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Virus or Bacterium? Rapid Test Pinpoints Infection’s Cause


Runny nose, cough, fever: patients show up in clinics every day with these classic symptoms of respiratory infection. But is the culprit a bacterium, which can be attacked with antibiotics, or a virus, which is harder to target with medication? Often doctors cannot be certain. But researchers say they are closing in on an accurate test that can make the call quickly, right in a physician’s office.

Faced with an unknown infection, doctors sometimes order laboratory tests for common bacteria such as Streptococcus. Or they might immediately try antibiotics, basing this decision simply on symptom strength—but antibiotic overuse can lead to dangerously resistant bacterial strains. “When the distinction can be made quickly, we can ensure that antibiotics are not inappropriately prescribed,” says Duke University infectious disease specialist Ephraim Tsalik. In 2016 he and his colleagues developed a lab test linking common respiratory symptoms to viral, bacterial or noninfectious origins. It works because each pathogen activates a different set of genes, varying their RNA or protein production, and the test can spot these telltale “gene expression” signatures in a small blood sample.

The team recently collaborated with a company called BioFire to speed up this test to produce results within an hour. The new process, tested on more than 600 emergency room patients for a study in Critical Care Medicine, identified bacterial infections with 80 percent accuracy and viral infections with nearly 87 percent accuracy. A common lab test Tsalik evaluated had about 69 percent accuracy. Others require time-consuming cultures or can only confirm specific pathogens a doctor decides to test for.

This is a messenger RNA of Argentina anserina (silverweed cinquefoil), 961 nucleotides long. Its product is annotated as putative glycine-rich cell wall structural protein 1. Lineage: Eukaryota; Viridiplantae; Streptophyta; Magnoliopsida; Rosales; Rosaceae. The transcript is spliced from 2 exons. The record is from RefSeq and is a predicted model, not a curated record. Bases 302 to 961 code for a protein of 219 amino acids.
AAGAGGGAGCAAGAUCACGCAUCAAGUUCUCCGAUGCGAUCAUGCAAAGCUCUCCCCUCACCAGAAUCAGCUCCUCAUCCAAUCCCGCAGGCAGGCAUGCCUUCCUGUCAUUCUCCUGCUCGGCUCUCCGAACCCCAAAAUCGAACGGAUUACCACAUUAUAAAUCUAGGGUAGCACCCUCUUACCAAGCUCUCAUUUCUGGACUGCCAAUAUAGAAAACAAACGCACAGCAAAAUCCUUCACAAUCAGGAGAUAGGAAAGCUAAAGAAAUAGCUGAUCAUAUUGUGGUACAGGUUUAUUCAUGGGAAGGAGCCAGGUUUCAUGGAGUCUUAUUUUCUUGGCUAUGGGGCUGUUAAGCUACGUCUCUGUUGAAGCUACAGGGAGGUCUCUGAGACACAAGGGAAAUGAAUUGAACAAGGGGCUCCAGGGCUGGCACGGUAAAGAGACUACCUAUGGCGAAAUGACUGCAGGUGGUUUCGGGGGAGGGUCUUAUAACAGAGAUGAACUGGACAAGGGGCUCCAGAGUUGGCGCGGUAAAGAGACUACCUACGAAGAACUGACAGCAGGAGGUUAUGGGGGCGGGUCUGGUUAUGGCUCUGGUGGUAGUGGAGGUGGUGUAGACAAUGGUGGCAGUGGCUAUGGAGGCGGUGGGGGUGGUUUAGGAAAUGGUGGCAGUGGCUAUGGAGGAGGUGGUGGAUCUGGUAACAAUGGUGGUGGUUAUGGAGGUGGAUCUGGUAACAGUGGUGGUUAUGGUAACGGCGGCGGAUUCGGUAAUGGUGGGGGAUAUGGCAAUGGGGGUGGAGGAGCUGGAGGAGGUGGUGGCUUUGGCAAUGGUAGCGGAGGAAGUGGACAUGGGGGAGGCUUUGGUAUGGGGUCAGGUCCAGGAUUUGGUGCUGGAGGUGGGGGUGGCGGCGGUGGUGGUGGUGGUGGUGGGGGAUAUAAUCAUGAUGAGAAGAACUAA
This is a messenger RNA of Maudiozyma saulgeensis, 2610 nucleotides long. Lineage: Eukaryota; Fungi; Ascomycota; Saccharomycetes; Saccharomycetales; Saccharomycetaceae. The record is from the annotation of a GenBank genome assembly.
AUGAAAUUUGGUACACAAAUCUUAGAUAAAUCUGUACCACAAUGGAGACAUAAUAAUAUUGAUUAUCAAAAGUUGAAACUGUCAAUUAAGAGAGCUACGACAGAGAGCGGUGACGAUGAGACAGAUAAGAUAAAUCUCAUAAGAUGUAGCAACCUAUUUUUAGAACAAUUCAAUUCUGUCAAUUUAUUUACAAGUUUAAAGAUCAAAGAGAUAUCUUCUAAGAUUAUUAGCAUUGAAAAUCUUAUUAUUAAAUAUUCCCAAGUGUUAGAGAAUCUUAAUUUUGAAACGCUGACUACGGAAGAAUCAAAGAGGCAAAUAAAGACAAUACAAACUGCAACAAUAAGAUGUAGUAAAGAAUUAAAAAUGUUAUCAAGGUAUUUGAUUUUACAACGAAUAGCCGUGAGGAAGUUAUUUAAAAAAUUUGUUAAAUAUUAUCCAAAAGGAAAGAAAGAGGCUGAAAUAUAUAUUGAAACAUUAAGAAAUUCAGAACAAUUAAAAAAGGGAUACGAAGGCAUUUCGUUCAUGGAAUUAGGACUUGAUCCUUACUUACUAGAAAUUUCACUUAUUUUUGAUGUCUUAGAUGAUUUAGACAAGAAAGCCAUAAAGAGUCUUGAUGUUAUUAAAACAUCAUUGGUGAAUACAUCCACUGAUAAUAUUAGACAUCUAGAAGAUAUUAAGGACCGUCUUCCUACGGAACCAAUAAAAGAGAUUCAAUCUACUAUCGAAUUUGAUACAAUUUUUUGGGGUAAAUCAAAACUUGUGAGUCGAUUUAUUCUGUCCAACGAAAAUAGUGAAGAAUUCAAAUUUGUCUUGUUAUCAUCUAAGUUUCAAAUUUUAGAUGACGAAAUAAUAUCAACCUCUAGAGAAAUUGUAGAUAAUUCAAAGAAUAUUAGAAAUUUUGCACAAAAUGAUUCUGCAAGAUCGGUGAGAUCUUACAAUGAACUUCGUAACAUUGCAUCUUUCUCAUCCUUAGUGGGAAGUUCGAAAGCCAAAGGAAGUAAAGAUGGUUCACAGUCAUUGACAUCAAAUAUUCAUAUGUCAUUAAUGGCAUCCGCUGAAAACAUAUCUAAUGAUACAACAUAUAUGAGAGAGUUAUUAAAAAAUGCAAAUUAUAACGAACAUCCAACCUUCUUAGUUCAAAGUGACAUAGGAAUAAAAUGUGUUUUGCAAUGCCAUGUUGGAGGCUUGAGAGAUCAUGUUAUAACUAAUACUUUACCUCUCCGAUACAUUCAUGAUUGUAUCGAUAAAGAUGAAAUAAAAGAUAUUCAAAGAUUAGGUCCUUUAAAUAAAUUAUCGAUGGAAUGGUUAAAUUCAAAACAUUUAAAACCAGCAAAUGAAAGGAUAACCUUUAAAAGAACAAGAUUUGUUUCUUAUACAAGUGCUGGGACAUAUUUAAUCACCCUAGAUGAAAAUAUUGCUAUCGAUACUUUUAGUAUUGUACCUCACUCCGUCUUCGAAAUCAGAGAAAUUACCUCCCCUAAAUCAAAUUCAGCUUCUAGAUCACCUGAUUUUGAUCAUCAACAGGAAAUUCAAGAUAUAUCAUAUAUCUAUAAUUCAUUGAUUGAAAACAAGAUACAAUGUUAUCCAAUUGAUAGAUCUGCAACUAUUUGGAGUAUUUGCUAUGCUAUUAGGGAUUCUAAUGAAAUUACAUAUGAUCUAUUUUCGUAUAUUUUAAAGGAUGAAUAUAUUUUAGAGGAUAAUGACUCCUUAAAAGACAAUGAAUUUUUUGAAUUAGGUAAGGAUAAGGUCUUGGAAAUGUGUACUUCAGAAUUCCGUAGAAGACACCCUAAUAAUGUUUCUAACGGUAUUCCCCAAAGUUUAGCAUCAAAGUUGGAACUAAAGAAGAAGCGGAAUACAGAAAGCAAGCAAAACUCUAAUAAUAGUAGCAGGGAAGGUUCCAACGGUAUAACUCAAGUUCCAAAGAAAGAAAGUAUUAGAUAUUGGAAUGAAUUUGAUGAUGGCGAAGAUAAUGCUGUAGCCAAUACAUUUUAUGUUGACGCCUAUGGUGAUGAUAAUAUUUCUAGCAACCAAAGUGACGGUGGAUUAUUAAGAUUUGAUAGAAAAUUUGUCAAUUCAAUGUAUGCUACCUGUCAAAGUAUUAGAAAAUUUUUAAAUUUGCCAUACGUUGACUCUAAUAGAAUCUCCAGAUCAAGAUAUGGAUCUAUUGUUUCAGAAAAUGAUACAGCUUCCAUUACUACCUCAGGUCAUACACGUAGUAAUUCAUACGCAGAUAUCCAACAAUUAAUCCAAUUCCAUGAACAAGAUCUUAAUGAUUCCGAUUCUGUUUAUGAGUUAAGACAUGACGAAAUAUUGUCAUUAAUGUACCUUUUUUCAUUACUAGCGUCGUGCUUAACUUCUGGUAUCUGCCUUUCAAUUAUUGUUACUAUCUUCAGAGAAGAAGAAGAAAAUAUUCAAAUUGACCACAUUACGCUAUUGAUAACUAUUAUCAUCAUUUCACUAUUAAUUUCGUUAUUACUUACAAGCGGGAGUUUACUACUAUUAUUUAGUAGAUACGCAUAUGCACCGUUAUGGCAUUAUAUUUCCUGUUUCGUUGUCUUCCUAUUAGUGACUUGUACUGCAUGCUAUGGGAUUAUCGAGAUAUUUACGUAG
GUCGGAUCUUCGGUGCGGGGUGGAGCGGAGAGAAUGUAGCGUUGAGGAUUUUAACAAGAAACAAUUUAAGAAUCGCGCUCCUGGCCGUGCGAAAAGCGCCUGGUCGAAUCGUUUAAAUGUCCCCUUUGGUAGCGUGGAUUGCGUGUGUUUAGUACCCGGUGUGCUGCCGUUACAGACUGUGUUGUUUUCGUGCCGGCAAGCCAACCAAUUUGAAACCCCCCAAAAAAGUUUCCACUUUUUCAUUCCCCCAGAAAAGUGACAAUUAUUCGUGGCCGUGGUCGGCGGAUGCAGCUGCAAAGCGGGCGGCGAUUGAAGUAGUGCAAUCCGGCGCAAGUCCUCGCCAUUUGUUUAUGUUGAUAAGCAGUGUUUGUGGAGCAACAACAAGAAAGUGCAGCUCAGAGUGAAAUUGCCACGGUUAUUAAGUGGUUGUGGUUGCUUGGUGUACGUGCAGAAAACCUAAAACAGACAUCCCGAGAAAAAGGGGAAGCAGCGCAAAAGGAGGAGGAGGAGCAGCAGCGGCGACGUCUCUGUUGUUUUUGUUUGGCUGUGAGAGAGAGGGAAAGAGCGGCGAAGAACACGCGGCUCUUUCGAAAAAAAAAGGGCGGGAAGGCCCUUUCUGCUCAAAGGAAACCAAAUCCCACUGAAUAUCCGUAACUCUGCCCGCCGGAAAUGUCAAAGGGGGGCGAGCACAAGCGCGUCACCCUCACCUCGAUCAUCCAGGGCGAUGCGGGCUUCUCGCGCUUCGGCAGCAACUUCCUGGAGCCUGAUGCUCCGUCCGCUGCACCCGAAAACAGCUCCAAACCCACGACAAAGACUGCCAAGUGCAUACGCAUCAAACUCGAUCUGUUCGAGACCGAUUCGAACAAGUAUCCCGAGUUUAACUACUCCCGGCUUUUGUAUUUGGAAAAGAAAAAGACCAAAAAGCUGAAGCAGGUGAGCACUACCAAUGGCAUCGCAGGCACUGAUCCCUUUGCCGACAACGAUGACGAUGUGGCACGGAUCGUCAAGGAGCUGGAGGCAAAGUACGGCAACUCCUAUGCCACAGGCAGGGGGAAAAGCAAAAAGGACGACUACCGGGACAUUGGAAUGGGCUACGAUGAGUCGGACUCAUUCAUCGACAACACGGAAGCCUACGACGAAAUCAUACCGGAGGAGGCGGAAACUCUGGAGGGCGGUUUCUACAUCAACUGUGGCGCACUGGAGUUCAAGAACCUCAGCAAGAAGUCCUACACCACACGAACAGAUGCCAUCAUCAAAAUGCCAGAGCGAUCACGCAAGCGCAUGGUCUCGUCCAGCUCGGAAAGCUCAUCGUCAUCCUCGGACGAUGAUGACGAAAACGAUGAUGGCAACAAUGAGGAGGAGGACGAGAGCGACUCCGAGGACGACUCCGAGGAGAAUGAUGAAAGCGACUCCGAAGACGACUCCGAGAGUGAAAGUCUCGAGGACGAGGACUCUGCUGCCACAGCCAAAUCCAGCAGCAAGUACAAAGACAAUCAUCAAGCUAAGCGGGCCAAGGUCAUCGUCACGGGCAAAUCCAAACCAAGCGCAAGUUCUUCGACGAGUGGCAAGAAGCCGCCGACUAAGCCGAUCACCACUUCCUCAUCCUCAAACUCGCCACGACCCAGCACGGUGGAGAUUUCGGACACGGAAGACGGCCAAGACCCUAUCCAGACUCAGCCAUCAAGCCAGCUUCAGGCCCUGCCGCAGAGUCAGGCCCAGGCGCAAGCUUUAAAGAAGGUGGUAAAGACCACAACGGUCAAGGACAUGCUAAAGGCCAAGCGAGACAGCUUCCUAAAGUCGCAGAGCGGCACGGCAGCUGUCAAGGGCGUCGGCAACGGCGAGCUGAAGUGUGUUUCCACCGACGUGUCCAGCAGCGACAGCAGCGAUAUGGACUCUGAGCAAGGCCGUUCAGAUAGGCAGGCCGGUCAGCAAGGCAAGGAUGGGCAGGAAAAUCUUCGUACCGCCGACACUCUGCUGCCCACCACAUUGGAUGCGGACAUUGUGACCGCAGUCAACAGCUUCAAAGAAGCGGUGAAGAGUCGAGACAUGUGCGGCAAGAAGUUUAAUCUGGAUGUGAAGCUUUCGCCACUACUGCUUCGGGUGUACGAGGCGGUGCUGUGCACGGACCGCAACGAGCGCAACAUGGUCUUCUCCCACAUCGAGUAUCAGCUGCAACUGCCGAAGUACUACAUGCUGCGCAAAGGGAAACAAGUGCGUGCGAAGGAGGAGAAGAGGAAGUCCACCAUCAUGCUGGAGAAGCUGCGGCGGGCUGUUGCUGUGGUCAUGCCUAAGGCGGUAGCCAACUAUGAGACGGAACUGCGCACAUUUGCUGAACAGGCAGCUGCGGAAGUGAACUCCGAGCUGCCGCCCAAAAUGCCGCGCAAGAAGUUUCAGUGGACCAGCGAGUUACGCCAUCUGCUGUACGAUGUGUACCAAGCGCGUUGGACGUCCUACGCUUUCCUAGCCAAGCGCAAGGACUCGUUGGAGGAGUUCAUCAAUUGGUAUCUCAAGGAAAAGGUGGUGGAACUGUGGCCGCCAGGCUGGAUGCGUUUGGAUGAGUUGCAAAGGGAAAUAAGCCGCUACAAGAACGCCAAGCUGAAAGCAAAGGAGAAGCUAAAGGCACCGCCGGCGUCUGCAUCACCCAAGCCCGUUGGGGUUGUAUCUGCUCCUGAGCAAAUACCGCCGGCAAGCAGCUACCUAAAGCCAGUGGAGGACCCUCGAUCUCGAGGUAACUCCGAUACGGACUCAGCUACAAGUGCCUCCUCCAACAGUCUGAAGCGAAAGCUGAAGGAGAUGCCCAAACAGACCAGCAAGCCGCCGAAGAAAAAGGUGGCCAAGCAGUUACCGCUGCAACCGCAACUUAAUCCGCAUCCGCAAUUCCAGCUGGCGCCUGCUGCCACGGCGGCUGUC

Technology to examine genes’ response to pathogens in a rapid and integrated way was just recently developed, says Stanford University computational immunologist Purvesh Khatri, who was not involved in the study. Amplifying RNA through PCR-based methods, a key analytic step, can now be done in 15 to 20 minutes. Khatri co-founded Inflammatix, a company set to soon release its own rapid test “to tell whether there is an infection and which [pathogen] is likely causing it and also give information about severity.”

Tools to help limit antibiotic overuse for respiratory infections “could have a dramatic impact in curbing the rise of antibiotic resistance,” says Washington University in St. Louis pediatric infectious disease specialist Gregory Storch, who was not involved in the study. And whereas people from different populations and with certain preexisting conditions might show varying patterns of gene expression, Storch hopes future work will account for such differences to ensure reliable results for all.



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